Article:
Training Improves Balance Control

The safety and scientific validity of this study is the responsibility of the study sponsor and investigators. Listing a study does not mean it has been evaluated by the U.S. Federal Government. Read our disclaimer for details. Identifier: NCT01547988
Recruitment Status : Completed
First Posted : March 8, 2012
Last Update Posted : March 8, 2012
Information provided by (Responsible Party):
Boston University

February 29, 2012
March 8, 2012
March 8, 2012
October 2001
February 2003   (Final data collection date for primary outcome measure)
Reaction time of dual task step execution [ Time Frame: 12 weeks ]
Subjects stand on a force platform and are asked to execute a step as rapidly as possible following a tactile stimulus on their heel while performing a cognitive attention demanding task (Stroop task - call out colors of words that are names of colors, e.g. the word "BLUE" is presented in yellow letters).
Same as current
No Changes Posted
Late Life Functional Disability Index - LLFDI [ Time Frame: 12 weeks ]
Self-reported measure of function
Same as current
Not Provided
Not Provided
Training Improves Balance Control
Improving Balance Control and Self-Reported Lower Extremity Function in Community Dwelling Older Adults - A Randomized Control Study

The purpose of this study was to evaluate the effect of a group-based functional and specific balance training program on balance function in healthy older adults. It is commonly considered difficult to improve balance function in healthy older adults. The program included dual-task exercises; physical training exercises and a cognitive task (e.g. reading or reciting a story) performed simultaneously, as well as perturbation exercises, where balance is challenged in unexpected ways.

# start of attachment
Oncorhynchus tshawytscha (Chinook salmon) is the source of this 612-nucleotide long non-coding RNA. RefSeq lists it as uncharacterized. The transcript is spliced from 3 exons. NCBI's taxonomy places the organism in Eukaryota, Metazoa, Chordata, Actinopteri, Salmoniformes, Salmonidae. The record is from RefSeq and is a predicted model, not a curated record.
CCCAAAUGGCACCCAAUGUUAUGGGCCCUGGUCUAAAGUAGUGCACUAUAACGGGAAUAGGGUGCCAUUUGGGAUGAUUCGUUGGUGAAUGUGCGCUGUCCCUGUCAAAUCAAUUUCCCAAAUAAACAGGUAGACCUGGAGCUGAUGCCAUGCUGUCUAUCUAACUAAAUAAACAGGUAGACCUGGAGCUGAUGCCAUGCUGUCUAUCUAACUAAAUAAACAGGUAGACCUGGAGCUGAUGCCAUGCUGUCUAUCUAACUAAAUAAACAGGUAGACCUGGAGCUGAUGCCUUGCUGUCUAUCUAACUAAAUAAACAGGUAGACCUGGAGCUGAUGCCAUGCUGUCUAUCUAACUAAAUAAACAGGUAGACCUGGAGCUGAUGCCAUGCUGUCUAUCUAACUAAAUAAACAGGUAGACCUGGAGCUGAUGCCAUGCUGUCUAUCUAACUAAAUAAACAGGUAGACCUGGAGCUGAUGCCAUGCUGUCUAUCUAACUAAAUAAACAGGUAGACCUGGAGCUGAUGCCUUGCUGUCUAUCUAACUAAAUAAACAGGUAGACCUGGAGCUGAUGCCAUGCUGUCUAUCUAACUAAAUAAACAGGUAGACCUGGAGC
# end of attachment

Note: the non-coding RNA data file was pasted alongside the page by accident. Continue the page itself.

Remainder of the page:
The investigators hypothesized that following the proposed training, older adults would improve their speed of taking a step in both single and dual task conditions, refine their ability to control balance when standing still and improve their self-reported physical function.

Not Provided
Not Applicable
Allocation: Randomized
Intervention Model: Parallel Assignment
Masking: Single (Outcomes Assessor)
Primary Purpose: Treatment
Accidental Falls
Other: Balance Training Intervention
The intervention group participated in a total of 24 one-hour training sessions over a period of 12 weeks. The training program utilized different size balls as a general tool in a series of progressively more difficult exercises targeting sitting, standing, and gait-related balance control. The program included exercises at five different levels of progressively more challenging balance exercises. Levels 1-4 focused on voluntarily controlled balance exercises, whereas level 5 also included perturbation exercises to trigger automatic compensatory stepping responses. All levels included attention-demanding dual task exercises that required subjects to simultaneously perform motor and cognitive activities.
  • Experimental: Balance Training Intervention
    The Balance Training Intervention group received 24 training sessions over three months that included perturbation as well as dual-task exercises.
    Intervention: Other: Balance Training Intervention
  • No Intervention: Reference Group
    Intervention: Other: Balance Training Intervention

*   Includes publications given by the data provider as well as publications identified by Identifier (NCT Number) in Medline.
Same as current
August 2003
February 2003   (Final data collection date for primary outcome measure)

Inclusion Criteria:

  • 65 years or older
  • Independently ambulatory (cane acceptable; not walker)
  • Score better than 45 on the Berg Balance Scale
  • Higher than 24 Mini-Mental Score

Exclusion Criteria:

  • Severe focal muscle weakness or visual impairment
  • Known neurological disorders (including stroke, Parkinson disease)
  • Metastatic cancer
  • Use of medication that impairs balance or strength
Sexes Eligible for Study: All
65 Years and older   (Adult, Senior)
Contact information is only displayed when the study is recruiting subjects
United States
RRF 2001-056
Not Provided
Not Provided
Boston University
Boston University
Not Provided
Principal Investigator: Lars IE Oddsson, PhD NeuroMuscular Research Center, Boston University
Boston University
March 2012

ICMJE     Data element required by the International Committee of Medical Journal Editors and the World Health Organization ICTRP